Nearly 100 protesters gathered outside Hutchins Hall and marched to the Diag on Tuesday afternoon, calling to recall Gov. Rick Snyder (R) in light of the Flint water crisis. The protesters marched across campus shouting multiple chants including “Flint Lives Matter” and “Black Lives Matter.”
A coalition of organizations including the Ann Arbor-Flint Solidarity Network and the Ann Arbor Alliance For Black Lives initially organized the protest in response to a panel on Detroit’s bankruptcy hosted by the University’s Law School that was set to feature Snyder, however, The Law School indefinitely postponed the event last week, but protestors still decided to have the protest.
LSA senior Cassandra Van Dam, an Ann Arbor-Flint Solidarity Network organizer, said she believes pressure from protesters motivated the Law School’s decision.
“Snyder is humiliated,” she said. “It is clear that, had the event gone on, it would have been disrupted and he would have had to answer to the human rights violations that he and his administration have committed against the people of Michigan.”
“The Detroit bankruptcy event was postponed because its organizers don't wish to distract from efforts devoted to higher priorities in the state,” the Law School's communcation director Shelley Rodgers wrote in an e-mail to The Michigan Daily.
The Flint water crisis began in April 2014 when the city, under state emergency management, switched its water supply from Detroit city water to water treatment centers connected to the Flint River, which resulted in contamination after the more corrosive river water caused lead from the pipes to leak into the water. The water supply was not switched back until October 2015. Though Snyder issued a formal apology last month, and has declared a national state of emergency in the city, protesters have alleged that the governor knew about the issues earlier than October, and should have taken action sooner. The governor's office has maintained he learned about the issue in October.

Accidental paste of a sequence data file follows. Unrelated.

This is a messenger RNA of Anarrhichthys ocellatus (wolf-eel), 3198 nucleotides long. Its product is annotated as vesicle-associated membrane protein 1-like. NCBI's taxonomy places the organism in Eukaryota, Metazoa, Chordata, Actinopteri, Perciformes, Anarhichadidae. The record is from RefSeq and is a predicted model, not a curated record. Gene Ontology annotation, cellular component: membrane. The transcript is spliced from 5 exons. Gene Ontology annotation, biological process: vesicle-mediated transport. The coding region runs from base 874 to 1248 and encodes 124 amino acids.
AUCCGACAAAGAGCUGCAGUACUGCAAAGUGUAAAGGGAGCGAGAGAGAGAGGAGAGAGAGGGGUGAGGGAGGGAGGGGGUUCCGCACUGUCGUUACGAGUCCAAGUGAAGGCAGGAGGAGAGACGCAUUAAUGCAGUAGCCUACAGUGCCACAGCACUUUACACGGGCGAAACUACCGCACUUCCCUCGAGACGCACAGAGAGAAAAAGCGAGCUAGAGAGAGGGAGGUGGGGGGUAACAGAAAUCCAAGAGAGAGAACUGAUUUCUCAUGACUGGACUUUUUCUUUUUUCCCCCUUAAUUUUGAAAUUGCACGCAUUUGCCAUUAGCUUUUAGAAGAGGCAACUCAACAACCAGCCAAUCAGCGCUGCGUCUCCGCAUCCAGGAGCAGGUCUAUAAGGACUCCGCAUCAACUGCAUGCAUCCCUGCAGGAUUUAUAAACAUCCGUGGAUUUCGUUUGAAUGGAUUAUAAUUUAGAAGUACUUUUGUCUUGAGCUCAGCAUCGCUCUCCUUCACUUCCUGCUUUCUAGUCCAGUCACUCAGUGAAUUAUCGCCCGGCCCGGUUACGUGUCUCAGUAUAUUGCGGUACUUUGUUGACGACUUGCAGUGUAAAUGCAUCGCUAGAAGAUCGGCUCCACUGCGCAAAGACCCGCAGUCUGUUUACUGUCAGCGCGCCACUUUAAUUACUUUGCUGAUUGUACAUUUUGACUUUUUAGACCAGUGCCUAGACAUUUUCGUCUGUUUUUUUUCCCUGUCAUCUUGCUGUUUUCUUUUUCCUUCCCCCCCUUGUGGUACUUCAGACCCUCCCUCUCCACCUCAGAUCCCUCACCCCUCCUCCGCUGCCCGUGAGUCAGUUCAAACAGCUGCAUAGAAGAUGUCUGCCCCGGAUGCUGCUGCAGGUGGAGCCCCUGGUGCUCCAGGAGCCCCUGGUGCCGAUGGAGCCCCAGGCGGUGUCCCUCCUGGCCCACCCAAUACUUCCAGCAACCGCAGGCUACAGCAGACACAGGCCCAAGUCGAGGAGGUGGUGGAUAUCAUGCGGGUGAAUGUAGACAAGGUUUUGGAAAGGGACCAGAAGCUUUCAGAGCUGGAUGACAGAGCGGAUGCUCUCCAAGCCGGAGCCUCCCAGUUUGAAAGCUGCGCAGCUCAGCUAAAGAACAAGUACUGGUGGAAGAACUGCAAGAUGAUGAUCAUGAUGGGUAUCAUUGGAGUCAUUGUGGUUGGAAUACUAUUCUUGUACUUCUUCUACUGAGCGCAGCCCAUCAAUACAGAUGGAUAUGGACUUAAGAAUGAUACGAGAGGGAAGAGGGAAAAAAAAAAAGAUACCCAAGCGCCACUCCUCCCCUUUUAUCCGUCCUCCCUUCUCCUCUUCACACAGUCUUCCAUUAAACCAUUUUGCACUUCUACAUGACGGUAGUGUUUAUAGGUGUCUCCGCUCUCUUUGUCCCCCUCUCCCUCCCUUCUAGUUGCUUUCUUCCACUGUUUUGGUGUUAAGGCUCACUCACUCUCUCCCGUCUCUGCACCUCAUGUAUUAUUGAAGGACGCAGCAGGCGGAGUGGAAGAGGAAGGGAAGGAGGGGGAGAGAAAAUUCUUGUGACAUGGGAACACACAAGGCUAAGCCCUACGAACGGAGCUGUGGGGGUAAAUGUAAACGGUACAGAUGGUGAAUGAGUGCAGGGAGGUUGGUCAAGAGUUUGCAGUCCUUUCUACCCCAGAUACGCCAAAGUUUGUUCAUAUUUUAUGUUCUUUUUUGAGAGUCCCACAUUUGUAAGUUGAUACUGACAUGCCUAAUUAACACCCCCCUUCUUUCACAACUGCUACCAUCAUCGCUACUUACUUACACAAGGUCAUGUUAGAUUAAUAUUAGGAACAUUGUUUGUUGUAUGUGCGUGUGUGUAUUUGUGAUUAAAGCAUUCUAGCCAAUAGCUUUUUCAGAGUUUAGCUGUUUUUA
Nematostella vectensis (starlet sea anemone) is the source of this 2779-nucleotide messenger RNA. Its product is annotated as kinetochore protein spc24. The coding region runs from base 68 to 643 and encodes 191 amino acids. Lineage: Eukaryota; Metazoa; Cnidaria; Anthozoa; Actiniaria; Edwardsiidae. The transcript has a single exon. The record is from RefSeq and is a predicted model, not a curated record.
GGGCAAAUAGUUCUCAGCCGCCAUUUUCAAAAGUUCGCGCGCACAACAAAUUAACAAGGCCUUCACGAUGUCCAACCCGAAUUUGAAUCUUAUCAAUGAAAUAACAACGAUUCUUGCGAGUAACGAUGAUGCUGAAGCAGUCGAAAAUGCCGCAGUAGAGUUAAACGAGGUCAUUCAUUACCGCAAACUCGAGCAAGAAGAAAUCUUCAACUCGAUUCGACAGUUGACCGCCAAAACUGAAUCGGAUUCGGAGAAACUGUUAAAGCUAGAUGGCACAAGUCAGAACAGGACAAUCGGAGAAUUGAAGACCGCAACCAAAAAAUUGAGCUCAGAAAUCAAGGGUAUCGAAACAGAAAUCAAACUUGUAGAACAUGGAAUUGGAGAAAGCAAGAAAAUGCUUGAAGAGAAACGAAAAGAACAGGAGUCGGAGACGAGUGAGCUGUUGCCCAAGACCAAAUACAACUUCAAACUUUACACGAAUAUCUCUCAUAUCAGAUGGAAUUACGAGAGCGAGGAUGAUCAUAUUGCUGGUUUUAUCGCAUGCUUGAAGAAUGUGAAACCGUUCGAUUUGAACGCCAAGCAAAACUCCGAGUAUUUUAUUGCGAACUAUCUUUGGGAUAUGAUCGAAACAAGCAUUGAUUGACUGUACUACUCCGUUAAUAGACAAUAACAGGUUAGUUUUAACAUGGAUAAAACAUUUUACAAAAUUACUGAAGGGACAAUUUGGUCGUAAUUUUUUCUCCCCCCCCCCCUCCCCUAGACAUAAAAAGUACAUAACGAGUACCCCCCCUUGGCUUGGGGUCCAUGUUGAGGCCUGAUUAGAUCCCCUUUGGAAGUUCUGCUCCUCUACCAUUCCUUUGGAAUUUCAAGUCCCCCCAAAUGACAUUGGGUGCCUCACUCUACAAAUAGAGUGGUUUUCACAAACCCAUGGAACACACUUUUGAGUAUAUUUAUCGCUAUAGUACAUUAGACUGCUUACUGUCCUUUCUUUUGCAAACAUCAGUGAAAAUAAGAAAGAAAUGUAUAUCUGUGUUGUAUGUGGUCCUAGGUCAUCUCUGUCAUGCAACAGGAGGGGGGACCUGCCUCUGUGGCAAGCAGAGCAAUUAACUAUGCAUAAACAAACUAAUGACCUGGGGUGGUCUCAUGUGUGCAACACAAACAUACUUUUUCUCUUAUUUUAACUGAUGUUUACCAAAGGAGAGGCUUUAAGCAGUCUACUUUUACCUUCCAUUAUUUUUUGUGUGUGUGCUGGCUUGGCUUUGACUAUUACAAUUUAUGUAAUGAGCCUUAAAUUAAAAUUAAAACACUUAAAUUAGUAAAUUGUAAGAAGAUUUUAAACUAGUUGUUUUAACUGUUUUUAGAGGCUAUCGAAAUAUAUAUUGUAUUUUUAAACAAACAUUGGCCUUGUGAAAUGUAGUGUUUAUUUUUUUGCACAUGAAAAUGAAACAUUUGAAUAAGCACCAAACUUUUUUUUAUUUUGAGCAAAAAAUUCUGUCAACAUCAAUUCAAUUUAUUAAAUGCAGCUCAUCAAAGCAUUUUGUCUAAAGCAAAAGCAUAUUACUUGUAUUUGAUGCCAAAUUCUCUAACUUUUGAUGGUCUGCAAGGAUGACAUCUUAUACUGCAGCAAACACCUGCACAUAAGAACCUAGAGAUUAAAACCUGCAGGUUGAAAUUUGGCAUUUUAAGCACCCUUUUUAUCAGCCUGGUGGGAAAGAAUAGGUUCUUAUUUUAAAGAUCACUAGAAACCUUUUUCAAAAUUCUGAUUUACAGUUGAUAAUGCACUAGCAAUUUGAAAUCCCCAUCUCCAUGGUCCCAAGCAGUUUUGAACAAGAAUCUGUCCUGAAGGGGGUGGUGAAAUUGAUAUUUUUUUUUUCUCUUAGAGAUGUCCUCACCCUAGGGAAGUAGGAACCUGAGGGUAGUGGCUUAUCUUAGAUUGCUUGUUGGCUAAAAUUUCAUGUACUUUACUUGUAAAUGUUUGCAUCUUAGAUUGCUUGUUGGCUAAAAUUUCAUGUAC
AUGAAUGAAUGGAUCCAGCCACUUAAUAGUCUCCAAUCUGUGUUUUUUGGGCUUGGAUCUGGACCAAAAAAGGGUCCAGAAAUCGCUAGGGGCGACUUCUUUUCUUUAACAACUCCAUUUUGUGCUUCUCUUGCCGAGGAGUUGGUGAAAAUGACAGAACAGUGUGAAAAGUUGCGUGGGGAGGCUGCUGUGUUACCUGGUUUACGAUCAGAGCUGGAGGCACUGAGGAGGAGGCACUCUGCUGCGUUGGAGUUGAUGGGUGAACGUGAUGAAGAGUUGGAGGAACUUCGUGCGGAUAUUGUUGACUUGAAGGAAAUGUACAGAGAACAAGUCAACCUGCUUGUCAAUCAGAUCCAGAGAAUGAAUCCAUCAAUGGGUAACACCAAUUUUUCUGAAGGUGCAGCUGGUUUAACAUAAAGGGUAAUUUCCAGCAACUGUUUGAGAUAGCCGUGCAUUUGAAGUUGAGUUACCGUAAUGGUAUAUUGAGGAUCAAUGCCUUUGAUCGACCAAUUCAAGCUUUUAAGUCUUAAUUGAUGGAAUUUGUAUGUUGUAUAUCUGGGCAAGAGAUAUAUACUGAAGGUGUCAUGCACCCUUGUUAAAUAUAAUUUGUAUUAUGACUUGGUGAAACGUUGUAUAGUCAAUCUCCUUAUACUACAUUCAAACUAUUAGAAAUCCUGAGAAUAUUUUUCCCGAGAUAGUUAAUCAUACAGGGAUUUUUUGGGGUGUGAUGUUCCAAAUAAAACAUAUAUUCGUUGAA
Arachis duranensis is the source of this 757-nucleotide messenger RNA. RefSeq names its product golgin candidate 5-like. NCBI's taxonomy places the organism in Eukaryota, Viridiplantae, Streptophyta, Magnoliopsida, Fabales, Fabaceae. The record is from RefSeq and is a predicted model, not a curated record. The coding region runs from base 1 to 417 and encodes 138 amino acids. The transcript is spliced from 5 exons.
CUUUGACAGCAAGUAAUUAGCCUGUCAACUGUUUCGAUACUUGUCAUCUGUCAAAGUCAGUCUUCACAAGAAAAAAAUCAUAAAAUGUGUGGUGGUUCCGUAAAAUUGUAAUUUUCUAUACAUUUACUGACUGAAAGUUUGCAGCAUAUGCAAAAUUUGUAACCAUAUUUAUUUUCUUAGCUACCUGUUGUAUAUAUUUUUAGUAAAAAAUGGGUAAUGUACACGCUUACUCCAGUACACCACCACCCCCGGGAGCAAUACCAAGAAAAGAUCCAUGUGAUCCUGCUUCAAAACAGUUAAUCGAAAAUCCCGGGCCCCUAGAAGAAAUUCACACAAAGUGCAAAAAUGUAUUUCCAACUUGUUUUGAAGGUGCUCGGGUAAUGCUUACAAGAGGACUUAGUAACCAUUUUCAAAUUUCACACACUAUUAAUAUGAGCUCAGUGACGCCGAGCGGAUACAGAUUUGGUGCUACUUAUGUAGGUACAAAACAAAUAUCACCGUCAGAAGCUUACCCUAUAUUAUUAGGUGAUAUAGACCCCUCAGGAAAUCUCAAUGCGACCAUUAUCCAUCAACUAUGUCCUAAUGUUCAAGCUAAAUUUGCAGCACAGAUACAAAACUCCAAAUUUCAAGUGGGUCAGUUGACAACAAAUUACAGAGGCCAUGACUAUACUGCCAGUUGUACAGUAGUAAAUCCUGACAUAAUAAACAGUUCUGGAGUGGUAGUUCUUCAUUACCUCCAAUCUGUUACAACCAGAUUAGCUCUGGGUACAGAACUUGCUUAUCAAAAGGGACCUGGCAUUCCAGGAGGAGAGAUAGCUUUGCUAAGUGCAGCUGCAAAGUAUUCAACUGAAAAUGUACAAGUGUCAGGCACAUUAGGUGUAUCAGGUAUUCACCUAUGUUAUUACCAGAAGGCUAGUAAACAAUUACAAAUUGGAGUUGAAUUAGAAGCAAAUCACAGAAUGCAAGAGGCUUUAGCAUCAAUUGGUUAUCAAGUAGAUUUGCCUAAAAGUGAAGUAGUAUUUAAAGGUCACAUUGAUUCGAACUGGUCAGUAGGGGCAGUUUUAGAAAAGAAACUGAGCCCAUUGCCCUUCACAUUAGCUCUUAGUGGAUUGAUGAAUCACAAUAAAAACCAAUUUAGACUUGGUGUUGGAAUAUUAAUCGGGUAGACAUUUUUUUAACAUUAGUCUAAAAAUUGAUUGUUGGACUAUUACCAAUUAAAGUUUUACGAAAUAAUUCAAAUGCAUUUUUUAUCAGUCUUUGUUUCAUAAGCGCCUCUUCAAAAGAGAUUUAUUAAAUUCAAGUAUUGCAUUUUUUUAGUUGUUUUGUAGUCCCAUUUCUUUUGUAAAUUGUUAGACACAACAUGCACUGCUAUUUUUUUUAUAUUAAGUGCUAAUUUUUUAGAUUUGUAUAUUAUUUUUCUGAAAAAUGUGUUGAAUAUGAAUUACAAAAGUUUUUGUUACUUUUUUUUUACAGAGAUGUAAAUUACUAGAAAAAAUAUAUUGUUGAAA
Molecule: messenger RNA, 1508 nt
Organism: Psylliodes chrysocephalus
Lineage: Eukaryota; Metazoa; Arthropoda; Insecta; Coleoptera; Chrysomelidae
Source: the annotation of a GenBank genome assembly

Ann Arbor Alliance For Black Lives representative Rebecca Ahmad-Robinson, a Public Health graduate student, said Snyder should be held accountable not just for Flint, but also for deplorable conditions in the Detroit Public Schools and mass incarceration in state prisons. At multiple points during the event, attendees linked #BlackLivesMatter to Flint.
“We can’t breathe under Snyder, but we also can’t drink water,” Ahmad-Robinson yelled during the march.
Besides students and other citizens upset with the current state in Flint and state politics, the National Lawyers Guild from the University’s Law School sent some of its members. NLG is a national organization that aims to unite various people from the law force that seek to change the ill-structured components of the political and economic systems in the country. Law School student Reid Murdock, a member of the University’s chapter of NLG, said they attended the protest to raise awareness about human rights.
“We are here to ensure that people’s civil rights are protected. Everyone here is using their freedom of speech and freedom of assembly,” Murdock said. “We are here to make sure things go smoothly and to be a resource and possibly a liaison with the police should they come.”
Other groups present included the Socialist Equality Party. Lawrence Porter, assistant national secretary of the SEP, said he believes the water crisis is not only a crisis but also an attack on the working class people of Flint.
“It’s a crime, without question. It is a monumental crime that is being carried out,” Porter said. “We believe that it’s not just by Snyder; it’s been carried out by both issues. It is a bipartisan attack.”